Depression was assessed with the Spanish version of the Depression Anxiety and Stress Scale-21.21 This consists of 21 items with 4 options for replying (from 0 = “this has never happened to me,” to 3 = “this has happened to me often or most of the time”) that are grouped in 3 factors: depression, anxiety and stress. For this study, the cut-off points of Portocarrero AN and Jiménez-Genchi A22 were used: no symptomatology, and mild moderate, severe and extremely severe symptomatology. As for the reliability of the scale, Cronbach’s alpha coefficient for the scales was α = 0.76 for depression, α = 0.82 for anxiety and α = 0.75 for stress.

The Spanish version of the Athens Insomnia Scale (AIS) was used to ascertain the severity of insomnia symptoms.23 This is an instrument designed to quantify sleep difficulty based on the International Classification of Diseases (ICD-10). It is made up of 8 elements; the first 4 refer to quantitative sleep variables, including sleep induction and night-time wakening, final waking up and total length of sleep. The fifth element refers to sleep quality, and the last 3, to the impact of insomnia on day-time performance. The items are scored from 0 to 3; the highest scores indicate the most deteriorated sleep conditions. The total score ranges from 0 to 24 points. In our study, a total AIS score of 6 or more was considered insomnia.23 With respect to scale reliability, the Cronbach alpha coefficient was 0.70.

The study received the approval of the public university in the Basque Country (UPV/EHU is the acronym used in Spain for Universidad del País Vasco/Euskal Herriko Unibertsitatea) (code: M10/2020/055). The healthcare professionals were contacted by email. After we received consent for the participation of the subjects, the answers were gathered using an online questionnaire between 1 and 10 April 2020. In the questionnaire, both the study objectives and the procedure to be followed were explained. For the data gathering, all the requirements established by Organic Law 15/99 on Protection of Personal Data were followed.

The data were analysed using the IBM SPSS Statistics for Windows, Version 25.0 statistical programme (Armonk, NY, USA). Firstly, the frequencies and percentages of the socio-demographic variables. Next, a successive multivariate analysis of the variance (MANOVA) was performed to ascertain the differences among the levels of depression, anxiety, stress and insomnia depending on the socio-demographic variables analysed.

Results

Table 1 presents the data on prevalence of the subjects that were suffering depression, anxiety, stress and insomnia by the sex and age of the participants. The results were that 46.7% of the participants indicated that they suffered stress; 37%, anxiety; 27.4%, depression; and 28.9%, sleep problems. As for differences by sex, women showed higher levels of anxiety (t [419] = 2.66, P = .008) and stress (t [419] = 2.21, P = .027). The healthcare professionals older than 36 years old showed stress (32.1%), anxiety (25.3%), insomnia (21%) and depression (19.5%) to a greater extent.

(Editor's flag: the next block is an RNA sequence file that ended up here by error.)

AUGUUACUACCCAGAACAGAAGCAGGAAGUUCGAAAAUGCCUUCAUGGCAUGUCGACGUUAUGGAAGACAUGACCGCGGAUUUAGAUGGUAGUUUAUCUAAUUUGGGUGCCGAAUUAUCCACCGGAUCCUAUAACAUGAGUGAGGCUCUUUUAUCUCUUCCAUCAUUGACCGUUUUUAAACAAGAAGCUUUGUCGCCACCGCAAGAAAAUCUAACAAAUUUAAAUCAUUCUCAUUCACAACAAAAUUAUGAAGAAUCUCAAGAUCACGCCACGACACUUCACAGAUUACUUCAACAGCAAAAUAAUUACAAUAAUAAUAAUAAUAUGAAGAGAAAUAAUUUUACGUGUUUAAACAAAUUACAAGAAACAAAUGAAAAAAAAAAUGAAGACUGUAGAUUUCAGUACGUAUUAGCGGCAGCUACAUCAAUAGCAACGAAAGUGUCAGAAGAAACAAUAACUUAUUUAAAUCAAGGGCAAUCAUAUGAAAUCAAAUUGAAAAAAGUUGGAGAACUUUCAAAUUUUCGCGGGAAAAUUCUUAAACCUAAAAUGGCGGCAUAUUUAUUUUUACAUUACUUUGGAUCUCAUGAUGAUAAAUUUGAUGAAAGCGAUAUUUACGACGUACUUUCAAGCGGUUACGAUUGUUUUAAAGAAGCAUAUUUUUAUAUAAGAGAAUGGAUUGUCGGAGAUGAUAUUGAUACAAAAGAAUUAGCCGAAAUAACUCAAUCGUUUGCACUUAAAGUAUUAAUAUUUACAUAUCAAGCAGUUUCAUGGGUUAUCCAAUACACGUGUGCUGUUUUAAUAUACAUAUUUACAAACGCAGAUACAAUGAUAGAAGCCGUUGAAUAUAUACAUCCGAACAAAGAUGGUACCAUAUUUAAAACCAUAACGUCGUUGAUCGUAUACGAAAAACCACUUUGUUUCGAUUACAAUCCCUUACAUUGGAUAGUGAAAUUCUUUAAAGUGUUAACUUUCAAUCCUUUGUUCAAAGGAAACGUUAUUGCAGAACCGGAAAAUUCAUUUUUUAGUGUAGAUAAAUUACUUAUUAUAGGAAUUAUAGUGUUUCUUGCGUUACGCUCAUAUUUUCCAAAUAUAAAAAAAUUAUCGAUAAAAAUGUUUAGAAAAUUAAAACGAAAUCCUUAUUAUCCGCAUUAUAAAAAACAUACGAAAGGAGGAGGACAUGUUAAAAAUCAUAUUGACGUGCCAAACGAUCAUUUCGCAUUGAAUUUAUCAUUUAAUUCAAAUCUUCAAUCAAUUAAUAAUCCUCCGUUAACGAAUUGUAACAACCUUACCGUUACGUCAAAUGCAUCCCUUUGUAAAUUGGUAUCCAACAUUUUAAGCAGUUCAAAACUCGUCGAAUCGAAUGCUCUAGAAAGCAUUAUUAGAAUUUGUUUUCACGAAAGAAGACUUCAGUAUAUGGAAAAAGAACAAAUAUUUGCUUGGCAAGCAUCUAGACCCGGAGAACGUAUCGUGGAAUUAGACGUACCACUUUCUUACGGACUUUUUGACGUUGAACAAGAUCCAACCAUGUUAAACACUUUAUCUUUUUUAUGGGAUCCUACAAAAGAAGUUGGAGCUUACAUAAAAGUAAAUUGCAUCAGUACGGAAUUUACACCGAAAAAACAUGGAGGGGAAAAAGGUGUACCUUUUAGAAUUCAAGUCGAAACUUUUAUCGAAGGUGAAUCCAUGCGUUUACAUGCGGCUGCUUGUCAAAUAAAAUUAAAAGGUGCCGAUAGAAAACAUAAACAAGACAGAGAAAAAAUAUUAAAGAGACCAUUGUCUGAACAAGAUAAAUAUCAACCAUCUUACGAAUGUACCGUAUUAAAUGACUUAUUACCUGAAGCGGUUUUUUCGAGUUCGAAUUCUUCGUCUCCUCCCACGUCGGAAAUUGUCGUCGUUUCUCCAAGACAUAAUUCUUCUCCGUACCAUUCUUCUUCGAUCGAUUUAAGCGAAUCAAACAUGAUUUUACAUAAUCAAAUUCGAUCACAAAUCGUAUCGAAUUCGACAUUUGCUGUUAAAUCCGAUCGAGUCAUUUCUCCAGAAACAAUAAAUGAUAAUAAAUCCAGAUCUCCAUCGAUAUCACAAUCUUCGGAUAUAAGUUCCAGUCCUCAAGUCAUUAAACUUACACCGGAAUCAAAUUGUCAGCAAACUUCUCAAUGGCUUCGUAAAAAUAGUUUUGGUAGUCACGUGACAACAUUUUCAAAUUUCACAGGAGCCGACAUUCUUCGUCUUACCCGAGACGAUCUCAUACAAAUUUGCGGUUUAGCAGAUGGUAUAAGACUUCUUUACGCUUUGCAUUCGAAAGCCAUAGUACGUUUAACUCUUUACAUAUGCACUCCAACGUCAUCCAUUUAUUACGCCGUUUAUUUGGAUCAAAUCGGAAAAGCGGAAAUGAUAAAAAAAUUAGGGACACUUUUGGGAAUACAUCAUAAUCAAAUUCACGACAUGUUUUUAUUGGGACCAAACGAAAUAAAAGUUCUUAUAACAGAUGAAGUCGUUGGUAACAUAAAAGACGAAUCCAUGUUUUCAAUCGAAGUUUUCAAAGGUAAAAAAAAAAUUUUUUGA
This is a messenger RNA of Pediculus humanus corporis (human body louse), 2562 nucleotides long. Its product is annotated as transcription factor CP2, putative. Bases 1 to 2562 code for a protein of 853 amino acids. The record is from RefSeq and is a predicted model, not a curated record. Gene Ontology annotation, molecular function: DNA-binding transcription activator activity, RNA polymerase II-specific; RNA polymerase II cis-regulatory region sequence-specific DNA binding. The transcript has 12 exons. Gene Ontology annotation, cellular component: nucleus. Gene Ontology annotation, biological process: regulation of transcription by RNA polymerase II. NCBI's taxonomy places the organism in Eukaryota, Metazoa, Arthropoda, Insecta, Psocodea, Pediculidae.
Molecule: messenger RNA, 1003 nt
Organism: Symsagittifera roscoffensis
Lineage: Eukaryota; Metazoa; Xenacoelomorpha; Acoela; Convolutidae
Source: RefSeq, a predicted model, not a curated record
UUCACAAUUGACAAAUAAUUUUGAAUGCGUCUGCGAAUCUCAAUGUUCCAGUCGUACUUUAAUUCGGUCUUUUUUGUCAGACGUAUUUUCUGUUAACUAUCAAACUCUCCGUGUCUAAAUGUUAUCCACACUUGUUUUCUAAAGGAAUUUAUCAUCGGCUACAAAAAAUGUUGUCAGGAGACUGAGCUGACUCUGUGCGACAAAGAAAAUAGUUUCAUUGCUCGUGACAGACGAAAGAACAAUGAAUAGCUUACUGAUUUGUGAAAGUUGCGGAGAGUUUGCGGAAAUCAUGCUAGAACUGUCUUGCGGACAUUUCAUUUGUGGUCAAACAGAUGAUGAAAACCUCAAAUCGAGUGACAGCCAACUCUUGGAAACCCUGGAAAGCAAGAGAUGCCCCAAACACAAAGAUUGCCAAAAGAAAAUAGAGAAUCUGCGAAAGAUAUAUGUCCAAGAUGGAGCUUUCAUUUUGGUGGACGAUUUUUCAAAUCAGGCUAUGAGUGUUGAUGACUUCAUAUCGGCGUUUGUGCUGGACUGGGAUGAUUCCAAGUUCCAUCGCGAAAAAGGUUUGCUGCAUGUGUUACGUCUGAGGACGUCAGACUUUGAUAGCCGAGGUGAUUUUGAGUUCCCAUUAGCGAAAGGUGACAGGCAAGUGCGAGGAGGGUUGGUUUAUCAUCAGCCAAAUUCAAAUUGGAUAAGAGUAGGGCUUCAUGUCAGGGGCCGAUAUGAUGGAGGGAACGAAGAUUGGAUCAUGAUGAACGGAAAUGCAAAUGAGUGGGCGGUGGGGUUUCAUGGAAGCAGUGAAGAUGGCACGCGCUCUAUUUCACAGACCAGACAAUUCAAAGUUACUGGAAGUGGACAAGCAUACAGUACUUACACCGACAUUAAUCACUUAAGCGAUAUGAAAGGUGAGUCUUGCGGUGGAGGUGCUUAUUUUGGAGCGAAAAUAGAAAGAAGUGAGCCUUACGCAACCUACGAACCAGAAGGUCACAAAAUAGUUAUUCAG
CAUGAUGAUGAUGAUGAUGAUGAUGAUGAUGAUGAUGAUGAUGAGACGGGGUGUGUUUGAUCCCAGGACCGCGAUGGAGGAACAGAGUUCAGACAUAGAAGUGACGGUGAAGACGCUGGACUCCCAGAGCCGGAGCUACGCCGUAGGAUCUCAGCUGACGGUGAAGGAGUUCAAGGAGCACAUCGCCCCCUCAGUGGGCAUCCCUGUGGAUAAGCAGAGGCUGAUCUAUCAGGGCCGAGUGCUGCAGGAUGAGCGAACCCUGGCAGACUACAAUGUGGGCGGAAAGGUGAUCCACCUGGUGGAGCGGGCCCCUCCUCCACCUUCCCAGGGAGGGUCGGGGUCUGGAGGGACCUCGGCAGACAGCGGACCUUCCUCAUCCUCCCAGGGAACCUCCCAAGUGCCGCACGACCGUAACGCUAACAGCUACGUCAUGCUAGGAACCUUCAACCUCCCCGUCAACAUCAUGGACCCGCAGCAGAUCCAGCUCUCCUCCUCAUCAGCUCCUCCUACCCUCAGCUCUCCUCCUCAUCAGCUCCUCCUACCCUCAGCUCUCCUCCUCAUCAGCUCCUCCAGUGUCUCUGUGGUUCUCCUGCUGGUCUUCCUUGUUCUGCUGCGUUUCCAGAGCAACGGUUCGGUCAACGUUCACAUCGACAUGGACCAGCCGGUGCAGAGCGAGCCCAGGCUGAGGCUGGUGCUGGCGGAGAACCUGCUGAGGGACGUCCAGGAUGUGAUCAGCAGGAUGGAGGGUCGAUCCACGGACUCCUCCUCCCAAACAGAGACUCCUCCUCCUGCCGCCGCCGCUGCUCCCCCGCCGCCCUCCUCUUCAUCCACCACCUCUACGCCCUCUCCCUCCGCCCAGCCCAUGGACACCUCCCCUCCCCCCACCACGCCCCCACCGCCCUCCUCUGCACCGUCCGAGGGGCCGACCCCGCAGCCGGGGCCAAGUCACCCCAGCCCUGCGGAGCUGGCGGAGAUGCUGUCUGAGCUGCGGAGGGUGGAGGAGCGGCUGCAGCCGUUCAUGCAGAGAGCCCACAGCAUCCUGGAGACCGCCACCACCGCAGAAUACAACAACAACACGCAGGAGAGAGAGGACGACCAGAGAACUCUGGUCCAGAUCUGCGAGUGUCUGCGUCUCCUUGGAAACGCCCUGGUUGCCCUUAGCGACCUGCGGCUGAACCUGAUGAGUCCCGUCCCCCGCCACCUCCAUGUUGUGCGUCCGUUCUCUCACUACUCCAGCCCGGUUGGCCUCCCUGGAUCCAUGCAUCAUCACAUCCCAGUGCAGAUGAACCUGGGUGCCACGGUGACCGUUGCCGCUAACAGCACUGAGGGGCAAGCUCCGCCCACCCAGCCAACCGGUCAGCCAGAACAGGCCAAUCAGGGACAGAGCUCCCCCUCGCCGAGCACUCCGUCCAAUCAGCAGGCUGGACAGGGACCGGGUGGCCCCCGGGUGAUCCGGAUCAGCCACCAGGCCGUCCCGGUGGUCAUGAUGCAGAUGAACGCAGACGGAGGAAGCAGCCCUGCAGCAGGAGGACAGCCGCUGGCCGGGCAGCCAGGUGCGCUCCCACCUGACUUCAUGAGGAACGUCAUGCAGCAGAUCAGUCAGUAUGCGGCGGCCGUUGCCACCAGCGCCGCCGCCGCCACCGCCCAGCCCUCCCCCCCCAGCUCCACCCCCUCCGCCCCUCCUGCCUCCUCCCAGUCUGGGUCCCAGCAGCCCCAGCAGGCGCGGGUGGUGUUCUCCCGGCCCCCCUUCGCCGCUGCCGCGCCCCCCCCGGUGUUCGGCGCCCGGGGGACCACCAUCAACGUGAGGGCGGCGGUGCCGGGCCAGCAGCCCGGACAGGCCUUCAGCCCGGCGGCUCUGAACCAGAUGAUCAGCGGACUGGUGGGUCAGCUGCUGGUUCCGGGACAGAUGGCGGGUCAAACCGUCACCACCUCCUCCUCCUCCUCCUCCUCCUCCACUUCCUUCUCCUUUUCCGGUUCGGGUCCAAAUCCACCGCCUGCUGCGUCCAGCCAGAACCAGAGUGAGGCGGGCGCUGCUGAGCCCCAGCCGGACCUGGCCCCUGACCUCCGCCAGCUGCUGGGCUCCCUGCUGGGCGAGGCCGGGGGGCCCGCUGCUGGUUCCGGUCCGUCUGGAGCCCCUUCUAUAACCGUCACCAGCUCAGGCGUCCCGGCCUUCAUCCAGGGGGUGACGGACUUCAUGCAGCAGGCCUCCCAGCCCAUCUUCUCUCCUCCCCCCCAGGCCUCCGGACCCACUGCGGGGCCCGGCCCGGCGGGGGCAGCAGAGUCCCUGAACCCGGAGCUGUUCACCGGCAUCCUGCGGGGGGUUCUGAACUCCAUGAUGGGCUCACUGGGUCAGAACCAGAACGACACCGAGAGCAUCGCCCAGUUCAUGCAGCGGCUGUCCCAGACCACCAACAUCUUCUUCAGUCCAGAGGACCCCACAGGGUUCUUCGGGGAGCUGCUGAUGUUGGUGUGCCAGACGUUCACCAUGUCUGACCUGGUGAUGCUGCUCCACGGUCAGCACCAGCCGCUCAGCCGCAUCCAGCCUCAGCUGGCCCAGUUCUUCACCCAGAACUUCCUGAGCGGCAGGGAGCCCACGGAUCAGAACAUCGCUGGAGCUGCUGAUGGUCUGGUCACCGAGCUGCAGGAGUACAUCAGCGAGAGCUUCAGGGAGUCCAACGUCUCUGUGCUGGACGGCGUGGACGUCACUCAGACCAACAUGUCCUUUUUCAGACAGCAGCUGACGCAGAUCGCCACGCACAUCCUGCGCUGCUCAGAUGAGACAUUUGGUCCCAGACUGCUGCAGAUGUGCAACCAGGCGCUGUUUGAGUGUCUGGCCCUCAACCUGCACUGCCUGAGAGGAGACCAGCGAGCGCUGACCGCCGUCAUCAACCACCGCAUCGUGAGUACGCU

Table 1.

Frequencies and rates of healthcare staff that suffer depression (mild, moderate, severe and extremely severe) and insomnia, broken down by sex and age.

    Women  Men  Total  Age: 18−30 years  Age: 31−35 years  Age: > 36 years 
    n (%)  n (%)  n (%)  n (%)  n (%)  N (%) 
DepressionMild  8.1% (n = 34)  2.4% (n = 10)  10.5% (n = 44)  1.4% (n = 6)  1.9% (n = 8)  7.1% (n = 30) 
Moderate  9.3% (n = 39)  1.4% (n = 6)  10.7% (n = 45)  1.2% (n = 5)  2.1% (n = 9)  7.4% (n = 31) 
Severe  3.1% (n = 13)  .5% (n = 2)  3.6% (n = 15)  .7% (n = 3)  .0% (n = 0)  2.9% (n = 12) 
Extremely severe  2.4% (n = 10)  .2% (n = 1)  2.6% (n = 11)  .5% (n = 2)  .0% (n = 0)  2.1% (n = 9) 
AnxietyMild  6.9% (n = 29)  1.4% (n = 6)  8.3% (n = 35)  .7% (n = 3)  1.4% (n = 6)  6.2% (n = 26) 
Moderate  4% (n = 17)  .2% (n = 1)  4.3% (n = 18)  .7% (n = 3)  .2% (n = 1)  3.3% (n = 14) 
Severe  14.7% (n = 62)  2.6% (n = 11)  17.3% (n = 73)  1.9% (n = 8)  3.1% (n = 13)  12.4% (n = 52) 
Extremely severe  6.2% (n = 26)  1.0% (n = 4)  7.1% (n = 30)  1.7% (n = 7)  1.7% (n = 7)  3.8% (n = 16) 
StressMild  12.1% (n = 51)  3.3% (n = 14)  15.4% (n = 65)  1.4% (n = 6)  2.9% (n = 12)  11.2% (n = 47) 
Moderate  12.6% (n = 53)  2.6% (n = 11)  15.2% (n = 64)  1.9% (n = 8)  1.9% (n = 8)  11.4% (n = 48) 
Severe  9.3% (n = 39)  2.4% (n = 10)  11.6% (n = 49)  2.6% (n = 11)  3.1% (n = 13)  5.9% (n = 25) 
Extremely severe  4.3% (n = 18)  .2% (n = 1)  4.5% (n = 19)  .5% (n = 2)  .5% (n = 2)  3.6% (n = 15) 
Insomnia  Yes  24.9% (n = 102)  3.9% (n = 16)  28.9% (n = 118)  3.9% (n = 16)  3.9% (n = 16)  21% (n = 86)